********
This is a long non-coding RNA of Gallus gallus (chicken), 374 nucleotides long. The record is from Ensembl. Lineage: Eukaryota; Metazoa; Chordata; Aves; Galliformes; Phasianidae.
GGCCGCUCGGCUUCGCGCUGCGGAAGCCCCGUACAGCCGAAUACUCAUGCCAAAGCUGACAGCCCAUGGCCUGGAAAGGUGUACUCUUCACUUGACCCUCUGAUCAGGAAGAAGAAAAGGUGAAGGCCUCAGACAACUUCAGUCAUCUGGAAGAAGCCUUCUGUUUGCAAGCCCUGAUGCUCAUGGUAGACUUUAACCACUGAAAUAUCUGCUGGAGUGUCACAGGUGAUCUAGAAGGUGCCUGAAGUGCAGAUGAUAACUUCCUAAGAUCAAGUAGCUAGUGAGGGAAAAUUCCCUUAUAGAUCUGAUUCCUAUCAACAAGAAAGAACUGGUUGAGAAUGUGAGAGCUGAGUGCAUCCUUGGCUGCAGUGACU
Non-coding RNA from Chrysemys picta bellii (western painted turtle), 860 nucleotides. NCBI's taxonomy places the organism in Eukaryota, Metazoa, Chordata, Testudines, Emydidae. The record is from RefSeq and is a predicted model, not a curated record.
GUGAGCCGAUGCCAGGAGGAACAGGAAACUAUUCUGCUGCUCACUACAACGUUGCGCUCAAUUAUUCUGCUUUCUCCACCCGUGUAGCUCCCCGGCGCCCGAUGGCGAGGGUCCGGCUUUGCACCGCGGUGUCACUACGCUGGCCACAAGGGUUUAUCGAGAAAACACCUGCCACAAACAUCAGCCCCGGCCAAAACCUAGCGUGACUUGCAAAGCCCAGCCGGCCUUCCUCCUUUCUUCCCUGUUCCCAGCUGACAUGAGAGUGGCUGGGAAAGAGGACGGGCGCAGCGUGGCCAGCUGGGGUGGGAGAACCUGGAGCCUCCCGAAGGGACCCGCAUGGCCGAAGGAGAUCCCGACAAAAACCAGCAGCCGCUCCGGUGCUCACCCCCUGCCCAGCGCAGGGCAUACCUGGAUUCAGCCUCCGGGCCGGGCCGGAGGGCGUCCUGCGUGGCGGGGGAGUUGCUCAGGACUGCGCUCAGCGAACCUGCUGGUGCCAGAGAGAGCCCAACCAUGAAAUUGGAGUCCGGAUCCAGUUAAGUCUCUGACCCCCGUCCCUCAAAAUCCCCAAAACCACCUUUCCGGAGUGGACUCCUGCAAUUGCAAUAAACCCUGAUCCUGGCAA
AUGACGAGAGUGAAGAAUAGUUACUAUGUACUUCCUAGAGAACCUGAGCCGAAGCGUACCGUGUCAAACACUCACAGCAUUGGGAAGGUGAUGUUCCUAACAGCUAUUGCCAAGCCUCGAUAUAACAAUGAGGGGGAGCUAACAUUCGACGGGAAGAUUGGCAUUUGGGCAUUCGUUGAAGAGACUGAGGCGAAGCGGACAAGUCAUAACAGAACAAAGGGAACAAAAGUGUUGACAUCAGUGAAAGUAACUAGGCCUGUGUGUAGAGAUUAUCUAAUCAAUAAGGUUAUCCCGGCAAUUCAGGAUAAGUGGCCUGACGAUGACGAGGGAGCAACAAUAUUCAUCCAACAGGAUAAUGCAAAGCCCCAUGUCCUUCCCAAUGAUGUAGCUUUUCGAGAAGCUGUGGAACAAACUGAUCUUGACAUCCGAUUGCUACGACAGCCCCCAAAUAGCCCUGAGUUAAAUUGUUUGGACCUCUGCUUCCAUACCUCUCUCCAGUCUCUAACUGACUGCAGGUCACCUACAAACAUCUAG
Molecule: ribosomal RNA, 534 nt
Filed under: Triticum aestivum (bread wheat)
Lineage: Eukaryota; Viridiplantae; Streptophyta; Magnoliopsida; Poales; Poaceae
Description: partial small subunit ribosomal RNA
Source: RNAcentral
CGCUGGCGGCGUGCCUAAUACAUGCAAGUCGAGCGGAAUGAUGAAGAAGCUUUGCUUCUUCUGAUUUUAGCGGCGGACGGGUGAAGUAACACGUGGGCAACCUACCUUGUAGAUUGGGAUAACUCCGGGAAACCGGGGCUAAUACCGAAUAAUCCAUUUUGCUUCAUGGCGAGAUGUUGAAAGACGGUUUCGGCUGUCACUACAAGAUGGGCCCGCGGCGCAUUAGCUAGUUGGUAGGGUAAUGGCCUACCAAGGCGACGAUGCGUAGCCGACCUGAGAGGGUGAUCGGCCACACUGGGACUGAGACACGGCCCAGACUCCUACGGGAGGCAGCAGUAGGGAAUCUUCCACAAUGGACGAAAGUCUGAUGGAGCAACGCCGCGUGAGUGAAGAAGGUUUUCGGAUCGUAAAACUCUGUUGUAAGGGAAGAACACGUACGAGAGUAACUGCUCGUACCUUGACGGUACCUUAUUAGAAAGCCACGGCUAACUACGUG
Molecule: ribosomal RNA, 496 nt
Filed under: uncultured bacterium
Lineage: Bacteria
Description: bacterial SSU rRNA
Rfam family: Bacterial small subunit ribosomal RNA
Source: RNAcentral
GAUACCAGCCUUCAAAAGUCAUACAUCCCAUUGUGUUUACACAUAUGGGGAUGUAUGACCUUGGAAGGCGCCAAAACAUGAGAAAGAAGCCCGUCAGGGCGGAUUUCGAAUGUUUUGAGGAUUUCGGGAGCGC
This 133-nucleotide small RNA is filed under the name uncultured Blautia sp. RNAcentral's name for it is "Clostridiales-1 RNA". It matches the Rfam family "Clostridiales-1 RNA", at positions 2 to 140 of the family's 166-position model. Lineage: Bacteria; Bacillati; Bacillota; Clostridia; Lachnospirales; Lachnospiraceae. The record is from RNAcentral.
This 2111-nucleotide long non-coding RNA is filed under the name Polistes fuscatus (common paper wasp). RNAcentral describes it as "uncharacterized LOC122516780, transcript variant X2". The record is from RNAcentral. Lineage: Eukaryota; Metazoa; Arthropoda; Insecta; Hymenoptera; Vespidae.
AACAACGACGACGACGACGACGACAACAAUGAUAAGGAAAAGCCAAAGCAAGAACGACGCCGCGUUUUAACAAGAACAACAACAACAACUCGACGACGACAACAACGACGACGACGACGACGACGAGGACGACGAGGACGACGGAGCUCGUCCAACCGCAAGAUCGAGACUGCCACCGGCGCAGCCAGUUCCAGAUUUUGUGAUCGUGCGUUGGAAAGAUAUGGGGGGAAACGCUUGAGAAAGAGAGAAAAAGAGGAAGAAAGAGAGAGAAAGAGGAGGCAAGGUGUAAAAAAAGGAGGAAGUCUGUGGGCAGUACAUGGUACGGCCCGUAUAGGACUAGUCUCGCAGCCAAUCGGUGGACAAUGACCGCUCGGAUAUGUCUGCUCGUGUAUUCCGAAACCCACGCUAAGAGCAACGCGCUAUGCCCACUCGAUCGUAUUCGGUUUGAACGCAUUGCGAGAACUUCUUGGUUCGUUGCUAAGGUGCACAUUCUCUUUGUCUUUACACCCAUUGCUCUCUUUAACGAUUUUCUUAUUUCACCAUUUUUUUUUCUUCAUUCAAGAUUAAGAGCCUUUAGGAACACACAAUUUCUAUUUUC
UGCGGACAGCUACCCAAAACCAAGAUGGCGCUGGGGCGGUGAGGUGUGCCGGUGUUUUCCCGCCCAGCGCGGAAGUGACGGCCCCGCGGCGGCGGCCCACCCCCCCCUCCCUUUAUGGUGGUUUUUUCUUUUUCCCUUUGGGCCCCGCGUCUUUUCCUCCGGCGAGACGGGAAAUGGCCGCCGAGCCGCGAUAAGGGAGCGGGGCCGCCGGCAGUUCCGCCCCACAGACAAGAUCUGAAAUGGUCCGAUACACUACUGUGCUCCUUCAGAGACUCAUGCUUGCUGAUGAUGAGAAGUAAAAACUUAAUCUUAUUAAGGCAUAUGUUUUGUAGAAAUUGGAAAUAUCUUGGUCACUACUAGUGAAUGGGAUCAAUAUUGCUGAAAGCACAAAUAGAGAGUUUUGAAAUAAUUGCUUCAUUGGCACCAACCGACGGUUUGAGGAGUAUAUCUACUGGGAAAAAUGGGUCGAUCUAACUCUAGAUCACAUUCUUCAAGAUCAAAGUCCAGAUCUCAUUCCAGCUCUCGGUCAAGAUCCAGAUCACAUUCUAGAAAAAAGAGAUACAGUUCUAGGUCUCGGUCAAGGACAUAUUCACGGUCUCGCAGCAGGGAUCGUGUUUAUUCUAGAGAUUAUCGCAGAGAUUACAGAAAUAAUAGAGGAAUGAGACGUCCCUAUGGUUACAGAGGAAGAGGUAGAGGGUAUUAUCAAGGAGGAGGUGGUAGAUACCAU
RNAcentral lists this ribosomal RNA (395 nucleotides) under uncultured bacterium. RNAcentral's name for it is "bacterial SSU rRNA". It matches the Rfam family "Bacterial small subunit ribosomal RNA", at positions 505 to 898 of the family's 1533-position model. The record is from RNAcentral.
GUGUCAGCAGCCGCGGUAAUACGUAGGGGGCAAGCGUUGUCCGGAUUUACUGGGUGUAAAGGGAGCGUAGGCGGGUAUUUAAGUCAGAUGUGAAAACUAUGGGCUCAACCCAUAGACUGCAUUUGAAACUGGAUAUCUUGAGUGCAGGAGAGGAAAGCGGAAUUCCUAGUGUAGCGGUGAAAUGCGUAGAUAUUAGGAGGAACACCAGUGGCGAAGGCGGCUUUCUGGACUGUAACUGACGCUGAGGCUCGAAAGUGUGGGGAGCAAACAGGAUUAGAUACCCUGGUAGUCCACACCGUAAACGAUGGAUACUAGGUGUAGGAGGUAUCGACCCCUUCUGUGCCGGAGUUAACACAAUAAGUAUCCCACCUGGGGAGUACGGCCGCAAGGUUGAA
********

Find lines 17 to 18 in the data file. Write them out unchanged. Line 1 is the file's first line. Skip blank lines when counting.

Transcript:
Source: RNAcentral
GAUACCAGCCUUCAAAAGUCAUACAUCCCAUUGUGUUUACACAUAUGGGGAUGUAUGACCUUGGAAGGCGCCAAAACAUGAGAAAGAAGCCCGUCAGGGCGGAUUUCGAAUGUUUUGAGGAUUUCGGGAGCGC